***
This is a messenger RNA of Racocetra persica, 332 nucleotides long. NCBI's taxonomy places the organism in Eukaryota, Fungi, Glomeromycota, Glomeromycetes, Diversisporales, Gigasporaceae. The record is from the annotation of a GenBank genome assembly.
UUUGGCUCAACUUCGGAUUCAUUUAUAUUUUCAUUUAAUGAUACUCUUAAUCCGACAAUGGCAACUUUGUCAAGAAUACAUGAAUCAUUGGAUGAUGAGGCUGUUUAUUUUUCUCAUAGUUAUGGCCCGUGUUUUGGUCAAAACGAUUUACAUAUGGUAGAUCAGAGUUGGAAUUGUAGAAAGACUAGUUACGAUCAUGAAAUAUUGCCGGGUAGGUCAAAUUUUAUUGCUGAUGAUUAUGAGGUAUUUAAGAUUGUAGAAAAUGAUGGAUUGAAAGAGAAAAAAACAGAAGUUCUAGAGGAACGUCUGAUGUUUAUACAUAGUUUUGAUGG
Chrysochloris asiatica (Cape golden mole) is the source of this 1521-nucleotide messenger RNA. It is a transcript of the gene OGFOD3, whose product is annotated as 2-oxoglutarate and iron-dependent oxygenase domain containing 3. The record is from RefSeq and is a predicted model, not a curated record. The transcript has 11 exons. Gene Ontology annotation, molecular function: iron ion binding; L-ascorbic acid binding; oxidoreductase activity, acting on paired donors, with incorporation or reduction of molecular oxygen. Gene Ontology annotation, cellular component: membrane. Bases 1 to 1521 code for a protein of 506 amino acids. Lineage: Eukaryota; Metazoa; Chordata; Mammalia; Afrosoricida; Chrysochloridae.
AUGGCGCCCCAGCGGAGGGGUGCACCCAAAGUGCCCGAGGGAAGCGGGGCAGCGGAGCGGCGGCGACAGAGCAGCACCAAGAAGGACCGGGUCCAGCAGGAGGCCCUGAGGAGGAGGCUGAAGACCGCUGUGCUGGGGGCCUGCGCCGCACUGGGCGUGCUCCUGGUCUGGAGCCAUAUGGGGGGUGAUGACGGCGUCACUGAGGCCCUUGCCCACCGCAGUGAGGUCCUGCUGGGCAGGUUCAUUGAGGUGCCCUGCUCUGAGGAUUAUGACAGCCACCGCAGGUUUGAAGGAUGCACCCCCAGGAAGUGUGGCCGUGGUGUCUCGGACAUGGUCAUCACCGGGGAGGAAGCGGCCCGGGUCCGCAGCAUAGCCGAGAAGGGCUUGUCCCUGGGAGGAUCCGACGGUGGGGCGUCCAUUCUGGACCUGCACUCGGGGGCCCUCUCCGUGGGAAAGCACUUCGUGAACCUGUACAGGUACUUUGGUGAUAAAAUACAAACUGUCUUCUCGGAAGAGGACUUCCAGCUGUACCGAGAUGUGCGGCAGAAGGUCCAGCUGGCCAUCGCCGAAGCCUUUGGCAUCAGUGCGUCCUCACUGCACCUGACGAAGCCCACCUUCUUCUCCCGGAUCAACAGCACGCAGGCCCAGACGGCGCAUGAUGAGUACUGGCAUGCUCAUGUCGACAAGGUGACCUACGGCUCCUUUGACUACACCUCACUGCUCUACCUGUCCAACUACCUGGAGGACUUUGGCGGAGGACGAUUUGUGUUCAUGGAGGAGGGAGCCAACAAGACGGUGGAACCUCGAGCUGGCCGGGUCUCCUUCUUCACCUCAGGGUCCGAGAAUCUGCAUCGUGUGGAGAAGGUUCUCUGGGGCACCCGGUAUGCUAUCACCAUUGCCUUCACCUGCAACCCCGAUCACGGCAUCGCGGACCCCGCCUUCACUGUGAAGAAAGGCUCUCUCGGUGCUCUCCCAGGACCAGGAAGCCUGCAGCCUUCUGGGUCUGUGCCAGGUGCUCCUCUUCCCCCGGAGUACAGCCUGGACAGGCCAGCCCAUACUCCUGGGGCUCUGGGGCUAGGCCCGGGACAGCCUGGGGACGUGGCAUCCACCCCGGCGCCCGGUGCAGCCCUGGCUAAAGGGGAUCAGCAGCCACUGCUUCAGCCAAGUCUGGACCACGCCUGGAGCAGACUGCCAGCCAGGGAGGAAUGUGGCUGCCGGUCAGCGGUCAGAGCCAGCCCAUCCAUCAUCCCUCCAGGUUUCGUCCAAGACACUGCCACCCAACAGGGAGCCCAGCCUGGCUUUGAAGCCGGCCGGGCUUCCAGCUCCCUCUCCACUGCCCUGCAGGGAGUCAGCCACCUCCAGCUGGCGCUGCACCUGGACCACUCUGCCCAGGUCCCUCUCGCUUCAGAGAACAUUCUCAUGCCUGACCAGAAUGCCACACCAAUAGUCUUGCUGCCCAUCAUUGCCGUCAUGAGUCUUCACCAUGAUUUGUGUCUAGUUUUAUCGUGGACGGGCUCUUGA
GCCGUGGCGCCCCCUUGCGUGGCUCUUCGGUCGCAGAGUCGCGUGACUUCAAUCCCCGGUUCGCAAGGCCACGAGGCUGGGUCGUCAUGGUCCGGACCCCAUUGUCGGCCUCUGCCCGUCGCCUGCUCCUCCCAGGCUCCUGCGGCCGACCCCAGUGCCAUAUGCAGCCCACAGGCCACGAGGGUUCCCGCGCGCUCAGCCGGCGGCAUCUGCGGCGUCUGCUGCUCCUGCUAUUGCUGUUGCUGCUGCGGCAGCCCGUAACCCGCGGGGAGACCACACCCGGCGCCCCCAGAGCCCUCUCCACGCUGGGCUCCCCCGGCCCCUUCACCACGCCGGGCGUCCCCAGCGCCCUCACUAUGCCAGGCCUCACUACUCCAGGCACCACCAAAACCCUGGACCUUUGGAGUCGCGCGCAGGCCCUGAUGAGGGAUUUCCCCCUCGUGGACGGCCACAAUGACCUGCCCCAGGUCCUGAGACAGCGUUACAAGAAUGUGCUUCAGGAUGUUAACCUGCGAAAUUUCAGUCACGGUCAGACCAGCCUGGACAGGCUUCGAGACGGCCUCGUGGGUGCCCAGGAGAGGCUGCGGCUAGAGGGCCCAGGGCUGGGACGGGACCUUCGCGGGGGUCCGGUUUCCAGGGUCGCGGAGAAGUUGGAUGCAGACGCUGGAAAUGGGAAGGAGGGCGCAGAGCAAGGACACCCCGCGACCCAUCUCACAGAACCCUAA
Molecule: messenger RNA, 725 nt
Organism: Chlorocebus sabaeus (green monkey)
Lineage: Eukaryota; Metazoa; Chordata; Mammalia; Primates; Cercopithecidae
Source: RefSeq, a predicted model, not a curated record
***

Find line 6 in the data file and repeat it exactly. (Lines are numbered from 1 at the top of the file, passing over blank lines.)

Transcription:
Molecule: messenger RNA, 725 nt